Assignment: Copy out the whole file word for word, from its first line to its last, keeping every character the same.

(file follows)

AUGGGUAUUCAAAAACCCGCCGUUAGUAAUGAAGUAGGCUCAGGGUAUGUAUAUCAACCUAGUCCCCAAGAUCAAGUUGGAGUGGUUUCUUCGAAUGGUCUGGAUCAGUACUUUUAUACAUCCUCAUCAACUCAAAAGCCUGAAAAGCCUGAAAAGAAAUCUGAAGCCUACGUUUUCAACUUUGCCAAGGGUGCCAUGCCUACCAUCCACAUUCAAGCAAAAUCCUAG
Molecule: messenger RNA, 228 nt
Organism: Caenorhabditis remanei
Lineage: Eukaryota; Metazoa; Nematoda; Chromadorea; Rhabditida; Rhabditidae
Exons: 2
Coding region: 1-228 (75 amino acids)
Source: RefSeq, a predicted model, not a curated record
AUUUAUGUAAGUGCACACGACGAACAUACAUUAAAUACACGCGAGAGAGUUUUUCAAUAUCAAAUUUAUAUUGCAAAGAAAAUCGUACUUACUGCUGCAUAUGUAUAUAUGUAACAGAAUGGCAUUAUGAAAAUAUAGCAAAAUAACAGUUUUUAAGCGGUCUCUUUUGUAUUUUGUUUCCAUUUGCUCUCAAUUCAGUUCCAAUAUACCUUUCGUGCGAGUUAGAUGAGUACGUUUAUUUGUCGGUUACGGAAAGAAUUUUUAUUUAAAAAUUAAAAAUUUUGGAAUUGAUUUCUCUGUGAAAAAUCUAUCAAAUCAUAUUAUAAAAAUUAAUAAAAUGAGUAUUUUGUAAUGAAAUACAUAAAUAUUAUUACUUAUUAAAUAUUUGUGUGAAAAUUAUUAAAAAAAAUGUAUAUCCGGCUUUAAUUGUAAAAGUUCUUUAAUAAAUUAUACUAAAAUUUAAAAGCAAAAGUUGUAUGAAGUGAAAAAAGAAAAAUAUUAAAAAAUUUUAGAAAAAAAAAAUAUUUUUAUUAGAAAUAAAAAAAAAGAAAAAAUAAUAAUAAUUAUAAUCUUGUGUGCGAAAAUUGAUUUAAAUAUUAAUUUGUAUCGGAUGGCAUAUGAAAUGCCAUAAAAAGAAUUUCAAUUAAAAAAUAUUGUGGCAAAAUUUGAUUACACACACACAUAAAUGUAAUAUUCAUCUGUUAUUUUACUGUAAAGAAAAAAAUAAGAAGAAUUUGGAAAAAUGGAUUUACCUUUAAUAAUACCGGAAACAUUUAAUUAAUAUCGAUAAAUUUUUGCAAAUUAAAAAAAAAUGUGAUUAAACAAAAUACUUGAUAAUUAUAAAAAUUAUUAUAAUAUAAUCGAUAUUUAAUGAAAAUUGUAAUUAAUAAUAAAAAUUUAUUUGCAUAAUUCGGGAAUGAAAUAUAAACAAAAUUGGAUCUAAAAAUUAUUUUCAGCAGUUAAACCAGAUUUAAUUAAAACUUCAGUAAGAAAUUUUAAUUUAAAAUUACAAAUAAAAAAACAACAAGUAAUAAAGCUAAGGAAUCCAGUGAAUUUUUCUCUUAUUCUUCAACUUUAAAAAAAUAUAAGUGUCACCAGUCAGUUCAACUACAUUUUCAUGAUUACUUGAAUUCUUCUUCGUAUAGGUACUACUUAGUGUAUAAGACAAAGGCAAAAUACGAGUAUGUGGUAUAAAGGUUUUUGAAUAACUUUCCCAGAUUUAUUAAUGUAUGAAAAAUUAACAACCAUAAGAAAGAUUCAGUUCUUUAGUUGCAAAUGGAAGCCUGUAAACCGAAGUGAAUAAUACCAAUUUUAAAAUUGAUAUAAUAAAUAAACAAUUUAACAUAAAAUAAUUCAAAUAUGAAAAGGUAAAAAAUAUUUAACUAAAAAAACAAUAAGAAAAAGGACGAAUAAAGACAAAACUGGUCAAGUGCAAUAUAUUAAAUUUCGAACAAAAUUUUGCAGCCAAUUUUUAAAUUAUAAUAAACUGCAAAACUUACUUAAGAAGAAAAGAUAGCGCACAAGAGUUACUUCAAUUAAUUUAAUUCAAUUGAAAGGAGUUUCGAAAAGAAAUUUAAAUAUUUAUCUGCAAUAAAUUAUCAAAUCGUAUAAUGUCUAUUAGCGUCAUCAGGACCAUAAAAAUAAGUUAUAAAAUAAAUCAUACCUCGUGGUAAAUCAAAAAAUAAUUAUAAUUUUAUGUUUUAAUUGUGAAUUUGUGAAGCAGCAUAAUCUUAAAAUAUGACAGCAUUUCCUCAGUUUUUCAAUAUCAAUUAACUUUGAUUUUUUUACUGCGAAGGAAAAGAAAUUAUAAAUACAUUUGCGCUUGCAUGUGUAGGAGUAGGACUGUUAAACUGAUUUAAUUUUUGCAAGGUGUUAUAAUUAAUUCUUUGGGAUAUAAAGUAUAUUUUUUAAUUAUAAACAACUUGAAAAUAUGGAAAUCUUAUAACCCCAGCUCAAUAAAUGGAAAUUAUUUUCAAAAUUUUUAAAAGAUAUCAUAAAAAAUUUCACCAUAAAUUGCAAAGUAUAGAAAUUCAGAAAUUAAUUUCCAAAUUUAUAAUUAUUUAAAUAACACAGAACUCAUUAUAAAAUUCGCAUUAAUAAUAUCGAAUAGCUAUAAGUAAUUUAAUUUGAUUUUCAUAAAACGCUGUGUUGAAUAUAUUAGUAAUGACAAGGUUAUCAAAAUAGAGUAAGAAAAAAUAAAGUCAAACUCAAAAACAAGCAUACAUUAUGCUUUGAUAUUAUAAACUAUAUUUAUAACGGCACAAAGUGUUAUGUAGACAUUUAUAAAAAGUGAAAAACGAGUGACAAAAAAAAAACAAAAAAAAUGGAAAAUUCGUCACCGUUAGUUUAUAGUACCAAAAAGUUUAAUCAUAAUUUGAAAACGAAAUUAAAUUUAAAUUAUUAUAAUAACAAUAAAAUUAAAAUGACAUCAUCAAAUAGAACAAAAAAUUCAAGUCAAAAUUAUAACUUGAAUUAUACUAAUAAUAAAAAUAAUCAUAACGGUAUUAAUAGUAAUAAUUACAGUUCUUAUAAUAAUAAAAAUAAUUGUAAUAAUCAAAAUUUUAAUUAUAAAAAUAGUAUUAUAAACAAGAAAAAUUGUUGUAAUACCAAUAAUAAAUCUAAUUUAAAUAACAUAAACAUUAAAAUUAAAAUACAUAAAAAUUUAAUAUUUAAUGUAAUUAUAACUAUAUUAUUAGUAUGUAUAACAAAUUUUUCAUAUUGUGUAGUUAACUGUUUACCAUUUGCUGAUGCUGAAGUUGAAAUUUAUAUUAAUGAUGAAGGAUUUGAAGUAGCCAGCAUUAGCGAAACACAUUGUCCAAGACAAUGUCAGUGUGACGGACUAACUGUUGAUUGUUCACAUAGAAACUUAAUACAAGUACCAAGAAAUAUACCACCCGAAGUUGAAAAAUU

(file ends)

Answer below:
AUGGGUAUUCAAAAACCCGCCGUUAGUAAUGAAGUAGGCUCAGGGUAUGUAUAUCAACCUAGUCCCCAAGAUCAAGUUGGAGUGGUUUCUUCGAAUGGUCUGGAUCAGUACUUUUAUACAUCCUCAUCAACUCAAAAGCCUGAAAAGCCUGAAAAGAAAUCUGAAGCCUACGUUUUCAACUUUGCCAAGGGUGCCAUGCCUACCAUCCACAUUCAAGCAAAAUCCUAG
Molecule: messenger RNA, 228 nt
Organism: Caenorhabditis remanei
Lineage: Eukaryota; Metazoa; Nematoda; Chromadorea; Rhabditida; Rhabditidae
Exons: 2
Coding region: 1-228 (75 amino acids)
Source: RefSeq, a predicted model, not a curated record
AUUUAUGUAAGUGCACACGACGAACAUACAUUAAAUACACGCGAGAGAGUUUUUCAAUAUCAAAUUUAUAUUGCAAAGAAAAUCGUACUUACUGCUGCAUAUGUAUAUAUGUAACAGAAUGGCAUUAUGAAAAUAUAGCAAAAUAACAGUUUUUAAGCGGUCUCUUUUGUAUUUUGUUUCCAUUUGCUCUCAAUUCAGUUCCAAUAUACCUUUCGUGCGAGUUAGAUGAGUACGUUUAUUUGUCGGUUACGGAAAGAAUUUUUAUUUAAAAAUUAAAAAUUUUGGAAUUGAUUUCUCUGUGAAAAAUCUAUCAAAUCAUAUUAUAAAAAUUAAUAAAAUGAGUAUUUUGUAAUGAAAUACAUAAAUAUUAUUACUUAUUAAAUAUUUGUGUGAAAAUUAUUAAAAAAAAUGUAUAUCCGGCUUUAAUUGUAAAAGUUCUUUAAUAAAUUAUACUAAAAUUUAAAAGCAAAAGUUGUAUGAAGUGAAAAAAGAAAAAUAUUAAAAAAUUUUAGAAAAAAAAAAUAUUUUUAUUAGAAAUAAAAAAAAAGAAAAAAUAAUAAUAAUUAUAAUCUUGUGUGCGAAAAUUGAUUUAAAUAUUAAUUUGUAUCGGAUGGCAUAUGAAAUGCCAUAAAAAGAAUUUCAAUUAAAAAAUAUUGUGGCAAAAUUUGAUUACACACACACAUAAAUGUAAUAUUCAUCUGUUAUUUUACUGUAAAGAAAAAAAUAAGAAGAAUUUGGAAAAAUGGAUUUACCUUUAAUAAUACCGGAAACAUUUAAUUAAUAUCGAUAAAUUUUUGCAAAUUAAAAAAAAAUGUGAUUAAACAAAAUACUUGAUAAUUAUAAAAAUUAUUAUAAUAUAAUCGAUAUUUAAUGAAAAUUGUAAUUAAUAAUAAAAAUUUAUUUGCAUAAUUCGGGAAUGAAAUAUAAACAAAAUUGGAUCUAAAAAUUAUUUUCAGCAGUUAAACCAGAUUUAAUUAAAACUUCAGUAAGAAAUUUUAAUUUAAAAUUACAAAUAAAAAAACAACAAGUAAUAAAGCUAAGGAAUCCAGUGAAUUUUUCUCUUAUUCUUCAACUUUAAAAAAAUAUAAGUGUCACCAGUCAGUUCAACUACAUUUUCAUGAUUACUUGAAUUCUUCUUCGUAUAGGUACUACUUAGUGUAUAAGACAAAGGCAAAAUACGAGUAUGUGGUAUAAAGGUUUUUGAAUAACUUUCCCAGAUUUAUUAAUGUAUGAAAAAUUAACAACCAUAAGAAAGAUUCAGUUCUUUAGUUGCAAAUGGAAGCCUGUAAACCGAAGUGAAUAAUACCAAUUUUAAAAUUGAUAUAAUAAAUAAACAAUUUAACAUAAAAUAAUUCAAAUAUGAAAAGGUAAAAAAUAUUUAACUAAAAAAACAAUAAGAAAAAGGACGAAUAAAGACAAAACUGGUCAAGUGCAAUAUAUUAAAUUUCGAACAAAAUUUUGCAGCCAAUUUUUAAAUUAUAAUAAACUGCAAAACUUACUUAAGAAGAAAAGAUAGCGCACAAGAGUUACUUCAAUUAAUUUAAUUCAAUUGAAAGGAGUUUCGAAAAGAAAUUUAAAUAUUUAUCUGCAAUAAAUUAUCAAAUCGUAUAAUGUCUAUUAGCGUCAUCAGGACCAUAAAAAUAAGUUAUAAAAUAAAUCAUACCUCGUGGUAAAUCAAAAAAUAAUUAUAAUUUUAUGUUUUAAUUGUGAAUUUGUGAAGCAGCAUAAUCUUAAAAUAUGACAGCAUUUCCUCAGUUUUUCAAUAUCAAUUAACUUUGAUUUUUUUACUGCGAAGGAAAAGAAAUUAUAAAUACAUUUGCGCUUGCAUGUGUAGGAGUAGGACUGUUAAACUGAUUUAAUUUUUGCAAGGUGUUAUAAUUAAUUCUUUGGGAUAUAAAGUAUAUUUUUUAAUUAUAAACAACUUGAAAAUAUGGAAAUCUUAUAACCCCAGCUCAAUAAAUGGAAAUUAUUUUCAAAAUUUUUAAAAGAUAUCAUAAAAAAUUUCACCAUAAAUUGCAAAGUAUAGAAAUUCAGAAAUUAAUUUCCAAAUUUAUAAUUAUUUAAAUAACACAGAACUCAUUAUAAAAUUCGCAUUAAUAAUAUCGAAUAGCUAUAAGUAAUUUAAUUUGAUUUUCAUAAAACGCUGUGUUGAAUAUAUUAGUAAUGACAAGGUUAUCAAAAUAGAGUAAGAAAAAAUAAAGUCAAACUCAAAAACAAGCAUACAUUAUGCUUUGAUAUUAUAAACUAUAUUUAUAACGGCACAAAGUGUUAUGUAGACAUUUAUAAAAAGUGAAAAACGAGUGACAAAAAAAAAACAAAAAAAAUGGAAAAUUCGUCACCGUUAGUUUAUAGUACCAAAAAGUUUAAUCAUAAUUUGAAAACGAAAUUAAAUUUAAAUUAUUAUAAUAACAAUAAAAUUAAAAUGACAUCAUCAAAUAGAACAAAAAAUUCAAGUCAAAAUUAUAACUUGAAUUAUACUAAUAAUAAAAAUAAUCAUAACGGUAUUAAUAGUAAUAAUUACAGUUCUUAUAAUAAUAAAAAUAAUUGUAAUAAUCAAAAUUUUAAUUAUAAAAAUAGUAUUAUAAACAAGAAAAAUUGUUGUAAUACCAAUAAUAAAUCUAAUUUAAAUAACAUAAACAUUAAAAUUAAAAUACAUAAAAAUUUAAUAUUUAAUGUAAUUAUAACUAUAUUAUUAGUAUGUAUAACAAAUUUUUCAUAUUGUGUAGUUAACUGUUUACCAUUUGCUGAUGCUGAAGUUGAAAUUUAUAUUAAUGAUGAAGGAUUUGAAGUAGCCAGCAUUAGCGAAACACAUUGUCCAAGACAAUGUCAGUGUGACGGACUAACUGUUGAUUGUUCACAUAGAAACUUAAUACAAGUACCAAGAAAUAUACCACCCGAAGUUGAAAAAUU